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Peter C. Chapin wrote:
> On Mon, 26 Oct 2009, Nick Husher wrote:
> 
>> // C-like language:
>> int i = 5;
>> if(1==1) {
>> 	int i = 10;
>> 	printf("%d\n", i); // prints "10"
>> }
>> printf("%d\n", i); // prints "5"
>>
>> // Javascript
>> var i = 5;
>> if(true) {
>> 	var i = 10;
>> 	console.log(i); // prints "10"
>> }
>> console.log(i); // prints "10"
> 
> Everyone's notion of what is intuitive is different. To me the C behavior
> is entirely intuitive. I find the Javascript example to be rather odd. I
> interpret 'int i = 10' as the creation of a new variable. I don't want
> modifications to this variable to impact other variables in a more global
> scope (that I might not know about) just because they happen to have the
> same name. To me that's a recipe for disaster.
> 
It's a recipe for disaster if you try to program complex things without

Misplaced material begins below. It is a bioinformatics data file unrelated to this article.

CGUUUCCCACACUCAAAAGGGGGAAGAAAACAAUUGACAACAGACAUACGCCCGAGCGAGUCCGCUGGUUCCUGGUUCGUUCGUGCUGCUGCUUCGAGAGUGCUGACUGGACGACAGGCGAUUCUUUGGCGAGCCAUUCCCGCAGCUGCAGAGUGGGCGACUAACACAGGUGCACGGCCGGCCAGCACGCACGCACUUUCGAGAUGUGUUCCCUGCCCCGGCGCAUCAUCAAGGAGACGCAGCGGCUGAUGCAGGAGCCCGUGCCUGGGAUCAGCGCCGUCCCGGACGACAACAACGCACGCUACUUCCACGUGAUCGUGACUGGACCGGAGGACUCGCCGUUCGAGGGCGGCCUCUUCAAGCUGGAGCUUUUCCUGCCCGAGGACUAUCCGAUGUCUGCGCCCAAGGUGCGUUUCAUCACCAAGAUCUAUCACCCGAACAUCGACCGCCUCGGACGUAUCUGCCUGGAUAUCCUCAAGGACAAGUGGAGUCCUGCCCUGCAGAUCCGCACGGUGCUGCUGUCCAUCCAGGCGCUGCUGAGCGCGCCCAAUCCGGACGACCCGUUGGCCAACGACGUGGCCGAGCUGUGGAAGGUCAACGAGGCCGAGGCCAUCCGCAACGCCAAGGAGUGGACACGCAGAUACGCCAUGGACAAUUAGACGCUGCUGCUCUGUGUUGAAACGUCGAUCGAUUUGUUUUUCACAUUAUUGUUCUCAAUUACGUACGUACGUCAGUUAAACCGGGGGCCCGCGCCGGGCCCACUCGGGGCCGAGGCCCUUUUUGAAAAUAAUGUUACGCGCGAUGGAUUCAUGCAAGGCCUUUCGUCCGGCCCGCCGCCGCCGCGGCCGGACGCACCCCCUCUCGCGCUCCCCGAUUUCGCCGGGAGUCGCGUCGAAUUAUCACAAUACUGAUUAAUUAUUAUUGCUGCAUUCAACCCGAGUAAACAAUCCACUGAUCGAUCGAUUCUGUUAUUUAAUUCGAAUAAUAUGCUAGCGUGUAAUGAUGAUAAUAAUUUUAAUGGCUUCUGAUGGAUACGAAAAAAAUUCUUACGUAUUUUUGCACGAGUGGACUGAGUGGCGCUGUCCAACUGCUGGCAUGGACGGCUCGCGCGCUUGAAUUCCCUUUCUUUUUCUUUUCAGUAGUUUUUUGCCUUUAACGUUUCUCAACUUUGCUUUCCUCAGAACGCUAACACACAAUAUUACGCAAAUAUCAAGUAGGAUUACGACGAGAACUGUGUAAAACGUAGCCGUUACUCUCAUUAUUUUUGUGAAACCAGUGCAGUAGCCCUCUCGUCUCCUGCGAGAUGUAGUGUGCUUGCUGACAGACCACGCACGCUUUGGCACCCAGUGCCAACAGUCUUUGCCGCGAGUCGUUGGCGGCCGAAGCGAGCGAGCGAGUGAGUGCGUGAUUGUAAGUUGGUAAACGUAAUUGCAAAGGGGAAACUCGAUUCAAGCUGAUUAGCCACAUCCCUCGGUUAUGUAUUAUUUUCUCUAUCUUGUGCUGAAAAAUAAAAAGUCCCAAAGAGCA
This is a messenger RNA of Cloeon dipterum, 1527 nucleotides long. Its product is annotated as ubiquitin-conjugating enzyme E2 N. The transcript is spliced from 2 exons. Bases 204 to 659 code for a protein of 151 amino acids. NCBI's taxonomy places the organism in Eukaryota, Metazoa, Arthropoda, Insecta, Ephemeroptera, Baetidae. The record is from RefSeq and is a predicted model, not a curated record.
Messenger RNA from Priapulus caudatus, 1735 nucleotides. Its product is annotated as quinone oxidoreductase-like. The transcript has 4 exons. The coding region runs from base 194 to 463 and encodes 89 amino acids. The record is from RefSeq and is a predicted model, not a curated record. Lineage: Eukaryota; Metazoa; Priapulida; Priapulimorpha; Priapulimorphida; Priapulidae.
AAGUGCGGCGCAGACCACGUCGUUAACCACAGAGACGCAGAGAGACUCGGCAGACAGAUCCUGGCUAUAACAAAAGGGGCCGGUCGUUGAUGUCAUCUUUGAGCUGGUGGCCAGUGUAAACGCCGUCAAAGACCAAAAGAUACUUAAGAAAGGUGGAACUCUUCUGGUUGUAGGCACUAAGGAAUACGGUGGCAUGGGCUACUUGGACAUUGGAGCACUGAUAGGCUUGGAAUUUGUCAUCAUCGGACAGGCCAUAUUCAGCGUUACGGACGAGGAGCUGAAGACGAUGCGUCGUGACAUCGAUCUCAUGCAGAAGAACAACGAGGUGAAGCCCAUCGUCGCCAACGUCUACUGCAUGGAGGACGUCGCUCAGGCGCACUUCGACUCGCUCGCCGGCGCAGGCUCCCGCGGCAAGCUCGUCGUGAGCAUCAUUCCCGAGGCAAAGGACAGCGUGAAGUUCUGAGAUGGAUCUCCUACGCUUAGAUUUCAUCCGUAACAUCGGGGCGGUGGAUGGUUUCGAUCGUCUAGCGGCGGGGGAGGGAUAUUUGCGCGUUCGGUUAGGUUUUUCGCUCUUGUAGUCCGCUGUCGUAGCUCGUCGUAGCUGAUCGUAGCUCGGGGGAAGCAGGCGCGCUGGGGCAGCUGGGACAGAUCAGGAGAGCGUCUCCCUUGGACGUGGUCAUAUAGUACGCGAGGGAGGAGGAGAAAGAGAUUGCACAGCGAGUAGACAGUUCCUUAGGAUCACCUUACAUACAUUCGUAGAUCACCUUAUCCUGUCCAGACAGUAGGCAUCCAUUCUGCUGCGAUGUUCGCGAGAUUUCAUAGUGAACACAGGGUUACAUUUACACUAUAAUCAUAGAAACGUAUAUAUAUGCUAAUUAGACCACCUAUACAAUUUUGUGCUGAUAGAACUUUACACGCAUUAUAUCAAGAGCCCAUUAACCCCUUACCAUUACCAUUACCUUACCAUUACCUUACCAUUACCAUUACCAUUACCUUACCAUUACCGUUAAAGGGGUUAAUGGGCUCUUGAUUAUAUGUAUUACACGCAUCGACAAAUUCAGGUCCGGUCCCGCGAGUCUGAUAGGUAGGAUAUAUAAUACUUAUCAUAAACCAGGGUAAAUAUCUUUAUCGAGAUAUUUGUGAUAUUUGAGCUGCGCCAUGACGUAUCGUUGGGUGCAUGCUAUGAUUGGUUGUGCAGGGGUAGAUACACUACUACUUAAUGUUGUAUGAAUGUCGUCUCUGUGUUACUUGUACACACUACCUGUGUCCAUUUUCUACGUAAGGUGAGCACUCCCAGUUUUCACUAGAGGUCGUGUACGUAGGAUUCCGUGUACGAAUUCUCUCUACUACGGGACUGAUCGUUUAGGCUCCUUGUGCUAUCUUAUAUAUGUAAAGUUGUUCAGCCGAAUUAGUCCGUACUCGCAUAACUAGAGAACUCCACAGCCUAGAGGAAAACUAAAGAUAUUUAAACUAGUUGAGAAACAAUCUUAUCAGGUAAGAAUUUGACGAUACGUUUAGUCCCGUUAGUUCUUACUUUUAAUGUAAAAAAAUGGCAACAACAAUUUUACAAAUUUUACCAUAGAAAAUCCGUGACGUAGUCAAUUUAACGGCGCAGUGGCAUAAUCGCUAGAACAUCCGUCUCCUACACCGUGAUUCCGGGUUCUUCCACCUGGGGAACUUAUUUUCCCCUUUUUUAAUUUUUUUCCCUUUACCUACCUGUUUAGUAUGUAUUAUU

using the object and functional paradigms as much as possible.

> #include <someheader.h>  // Contains a declaration of 'i'.
> 
> void f()
> {
>   if (x == y) {
>     int i = 10;  // This must not modify any other variable named 'i'
>     // etc...
>   }
> }
> 
> When I assign 10 to my 'i' the last thing I want to worry about is the
> possibility that I might have modified a global variable defined in a
> header I didn't write.

Fortunately Javascript has singletons, which we can use in place of 
namespaces. Otherwise, the (function(){code}())-wrapper generally is 
used for hiding everything that doesn't need to be accessed from your code.

I'm going to take a wild guess that you may have not of heard of what a 
closure is.

Let's say I write the following in javascript:

var foo = 132;
(function () {
	alert(foo) //outputs 132
	var bar = 22;
	foo = function () { return bar; };
}());

alert(bar); //outputs undefined
alert(foo()); //outputs 22

when you create a function within a function, it will look for the 
variable in its scope first, then the next scope down. So if you didn't 
want people to see bar, you can just wrap it in the 
(function(){code}())-wrapper.

> 
> Peter
> 
>